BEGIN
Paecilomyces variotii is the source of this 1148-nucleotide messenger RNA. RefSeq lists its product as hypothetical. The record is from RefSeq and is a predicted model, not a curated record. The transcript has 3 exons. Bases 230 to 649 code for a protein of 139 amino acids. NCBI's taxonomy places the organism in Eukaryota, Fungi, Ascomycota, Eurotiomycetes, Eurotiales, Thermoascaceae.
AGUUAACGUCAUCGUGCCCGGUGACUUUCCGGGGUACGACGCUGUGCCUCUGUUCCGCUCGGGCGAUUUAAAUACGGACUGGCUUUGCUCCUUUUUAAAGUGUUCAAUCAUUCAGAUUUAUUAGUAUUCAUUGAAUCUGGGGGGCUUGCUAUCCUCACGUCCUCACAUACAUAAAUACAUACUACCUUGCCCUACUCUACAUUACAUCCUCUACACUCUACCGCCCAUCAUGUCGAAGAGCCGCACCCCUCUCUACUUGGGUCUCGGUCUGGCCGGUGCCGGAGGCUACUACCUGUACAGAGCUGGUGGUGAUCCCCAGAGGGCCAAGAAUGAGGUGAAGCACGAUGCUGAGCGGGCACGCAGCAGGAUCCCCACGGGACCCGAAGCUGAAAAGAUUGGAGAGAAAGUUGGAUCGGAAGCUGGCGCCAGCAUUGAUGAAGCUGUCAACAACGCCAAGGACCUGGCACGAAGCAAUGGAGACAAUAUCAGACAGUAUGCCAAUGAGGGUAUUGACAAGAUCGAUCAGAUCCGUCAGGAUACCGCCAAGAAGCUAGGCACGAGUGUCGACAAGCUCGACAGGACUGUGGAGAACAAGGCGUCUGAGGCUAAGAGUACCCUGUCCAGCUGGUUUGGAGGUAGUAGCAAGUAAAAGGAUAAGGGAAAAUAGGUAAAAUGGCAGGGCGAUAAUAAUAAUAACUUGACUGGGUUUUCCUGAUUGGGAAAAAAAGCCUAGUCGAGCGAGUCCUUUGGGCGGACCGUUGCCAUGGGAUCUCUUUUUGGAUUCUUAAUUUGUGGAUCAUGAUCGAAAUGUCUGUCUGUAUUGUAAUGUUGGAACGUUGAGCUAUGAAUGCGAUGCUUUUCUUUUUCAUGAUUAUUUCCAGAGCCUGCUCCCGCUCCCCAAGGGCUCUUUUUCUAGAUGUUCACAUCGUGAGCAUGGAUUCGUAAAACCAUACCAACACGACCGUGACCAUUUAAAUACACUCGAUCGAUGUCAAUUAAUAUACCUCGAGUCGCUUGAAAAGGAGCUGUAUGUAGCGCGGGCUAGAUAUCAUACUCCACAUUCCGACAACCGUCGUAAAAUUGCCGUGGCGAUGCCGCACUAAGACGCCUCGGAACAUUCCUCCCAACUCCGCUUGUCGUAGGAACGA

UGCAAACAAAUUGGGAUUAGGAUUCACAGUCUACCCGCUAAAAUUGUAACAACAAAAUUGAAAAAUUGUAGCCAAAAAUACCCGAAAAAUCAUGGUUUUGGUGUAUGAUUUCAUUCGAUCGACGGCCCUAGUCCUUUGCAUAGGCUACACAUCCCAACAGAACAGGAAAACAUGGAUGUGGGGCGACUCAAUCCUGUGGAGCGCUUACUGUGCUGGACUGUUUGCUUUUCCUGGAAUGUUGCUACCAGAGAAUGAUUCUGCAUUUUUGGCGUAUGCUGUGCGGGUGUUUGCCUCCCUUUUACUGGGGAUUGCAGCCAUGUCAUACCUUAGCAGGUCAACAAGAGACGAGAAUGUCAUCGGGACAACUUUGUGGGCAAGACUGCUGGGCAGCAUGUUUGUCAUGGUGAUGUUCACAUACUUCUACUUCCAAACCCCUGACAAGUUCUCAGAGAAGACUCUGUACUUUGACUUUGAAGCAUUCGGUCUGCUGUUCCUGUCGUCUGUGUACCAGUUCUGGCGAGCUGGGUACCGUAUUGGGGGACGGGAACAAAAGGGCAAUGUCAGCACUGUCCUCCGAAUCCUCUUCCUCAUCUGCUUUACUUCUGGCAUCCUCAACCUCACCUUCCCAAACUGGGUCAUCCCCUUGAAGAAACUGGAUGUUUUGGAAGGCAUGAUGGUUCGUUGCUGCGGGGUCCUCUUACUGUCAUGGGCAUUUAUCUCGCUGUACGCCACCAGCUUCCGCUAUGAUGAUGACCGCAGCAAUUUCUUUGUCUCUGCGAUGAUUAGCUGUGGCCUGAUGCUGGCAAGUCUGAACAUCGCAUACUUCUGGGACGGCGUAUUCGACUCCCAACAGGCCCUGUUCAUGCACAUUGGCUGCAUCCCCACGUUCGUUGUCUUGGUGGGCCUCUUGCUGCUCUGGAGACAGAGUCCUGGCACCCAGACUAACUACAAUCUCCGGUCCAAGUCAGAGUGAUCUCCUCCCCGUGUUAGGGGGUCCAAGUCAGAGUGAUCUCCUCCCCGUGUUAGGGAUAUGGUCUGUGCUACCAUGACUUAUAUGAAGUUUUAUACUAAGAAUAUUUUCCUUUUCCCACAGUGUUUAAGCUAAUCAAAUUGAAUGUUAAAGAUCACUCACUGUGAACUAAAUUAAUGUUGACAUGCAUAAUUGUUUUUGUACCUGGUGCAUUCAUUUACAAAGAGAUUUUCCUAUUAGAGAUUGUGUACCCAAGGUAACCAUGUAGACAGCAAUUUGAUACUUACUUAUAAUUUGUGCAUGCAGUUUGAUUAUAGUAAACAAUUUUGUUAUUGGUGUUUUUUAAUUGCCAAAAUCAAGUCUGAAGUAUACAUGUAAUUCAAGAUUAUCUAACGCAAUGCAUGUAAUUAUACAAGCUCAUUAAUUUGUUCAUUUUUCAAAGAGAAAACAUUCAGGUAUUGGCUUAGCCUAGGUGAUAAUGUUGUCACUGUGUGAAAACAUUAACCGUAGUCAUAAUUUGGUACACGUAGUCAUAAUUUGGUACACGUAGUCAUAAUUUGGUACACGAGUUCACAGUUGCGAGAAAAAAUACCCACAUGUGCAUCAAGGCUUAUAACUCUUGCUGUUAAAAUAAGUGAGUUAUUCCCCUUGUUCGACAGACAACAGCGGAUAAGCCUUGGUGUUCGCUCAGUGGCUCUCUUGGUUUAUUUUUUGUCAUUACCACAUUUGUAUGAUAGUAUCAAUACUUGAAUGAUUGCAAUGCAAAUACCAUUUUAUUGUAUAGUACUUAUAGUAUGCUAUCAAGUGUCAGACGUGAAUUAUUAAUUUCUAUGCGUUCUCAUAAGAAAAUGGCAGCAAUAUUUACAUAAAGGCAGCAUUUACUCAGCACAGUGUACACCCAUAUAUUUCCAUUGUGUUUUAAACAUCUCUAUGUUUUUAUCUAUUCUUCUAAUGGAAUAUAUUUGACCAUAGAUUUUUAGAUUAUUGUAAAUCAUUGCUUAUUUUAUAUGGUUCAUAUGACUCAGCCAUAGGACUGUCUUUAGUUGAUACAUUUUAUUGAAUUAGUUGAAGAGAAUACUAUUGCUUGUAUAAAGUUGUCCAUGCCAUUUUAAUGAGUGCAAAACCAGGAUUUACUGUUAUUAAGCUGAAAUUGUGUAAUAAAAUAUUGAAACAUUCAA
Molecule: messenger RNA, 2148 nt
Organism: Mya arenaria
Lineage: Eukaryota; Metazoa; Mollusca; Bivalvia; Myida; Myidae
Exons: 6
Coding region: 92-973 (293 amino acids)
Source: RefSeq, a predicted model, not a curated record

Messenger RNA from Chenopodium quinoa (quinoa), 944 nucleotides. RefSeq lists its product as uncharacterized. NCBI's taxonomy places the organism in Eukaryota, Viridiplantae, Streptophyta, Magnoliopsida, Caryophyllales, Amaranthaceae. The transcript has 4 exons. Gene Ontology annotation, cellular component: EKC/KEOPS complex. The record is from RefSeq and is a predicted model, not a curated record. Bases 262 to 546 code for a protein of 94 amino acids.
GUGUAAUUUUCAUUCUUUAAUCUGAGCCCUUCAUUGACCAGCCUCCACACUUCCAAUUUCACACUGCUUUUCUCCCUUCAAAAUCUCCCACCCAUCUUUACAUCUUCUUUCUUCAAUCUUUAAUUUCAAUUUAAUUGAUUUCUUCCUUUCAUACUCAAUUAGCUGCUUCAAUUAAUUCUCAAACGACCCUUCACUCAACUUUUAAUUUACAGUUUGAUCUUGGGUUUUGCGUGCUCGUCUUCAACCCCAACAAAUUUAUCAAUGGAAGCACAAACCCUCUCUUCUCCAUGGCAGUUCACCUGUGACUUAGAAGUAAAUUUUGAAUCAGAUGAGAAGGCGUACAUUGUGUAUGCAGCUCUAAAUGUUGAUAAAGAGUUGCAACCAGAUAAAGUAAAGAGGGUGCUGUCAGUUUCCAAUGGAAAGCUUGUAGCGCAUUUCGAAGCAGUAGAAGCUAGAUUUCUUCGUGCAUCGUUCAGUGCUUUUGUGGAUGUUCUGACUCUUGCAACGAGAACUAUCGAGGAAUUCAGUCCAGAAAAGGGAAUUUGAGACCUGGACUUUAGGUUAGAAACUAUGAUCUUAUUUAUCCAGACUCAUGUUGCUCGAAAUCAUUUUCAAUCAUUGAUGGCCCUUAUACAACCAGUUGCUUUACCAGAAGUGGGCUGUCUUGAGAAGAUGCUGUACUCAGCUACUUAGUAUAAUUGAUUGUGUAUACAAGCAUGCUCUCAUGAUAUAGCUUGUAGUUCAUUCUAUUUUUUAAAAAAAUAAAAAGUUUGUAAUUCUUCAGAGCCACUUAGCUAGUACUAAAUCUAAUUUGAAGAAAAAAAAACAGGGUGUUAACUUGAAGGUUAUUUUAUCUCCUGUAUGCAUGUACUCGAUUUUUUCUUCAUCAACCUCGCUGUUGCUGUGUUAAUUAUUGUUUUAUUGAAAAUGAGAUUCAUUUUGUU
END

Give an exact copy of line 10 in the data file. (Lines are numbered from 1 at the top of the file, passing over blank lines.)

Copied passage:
Messenger RNA from Chenopodium quinoa (quinoa), 944 nucleotides. RefSeq lists its product as uncharacterized. NCBI's taxonomy places the organism in Eukaryota, Viridiplantae, Streptophyta, Magnoliopsida, Caryophyllales, Amaranthaceae. The transcript has 4 exons. Gene Ontology annotation, cellular component: EKC/KEOPS complex. The record is from RefSeq and is a predicted model, not a curated record. Bases 262 to 546 code for a protein of 94 amino acids.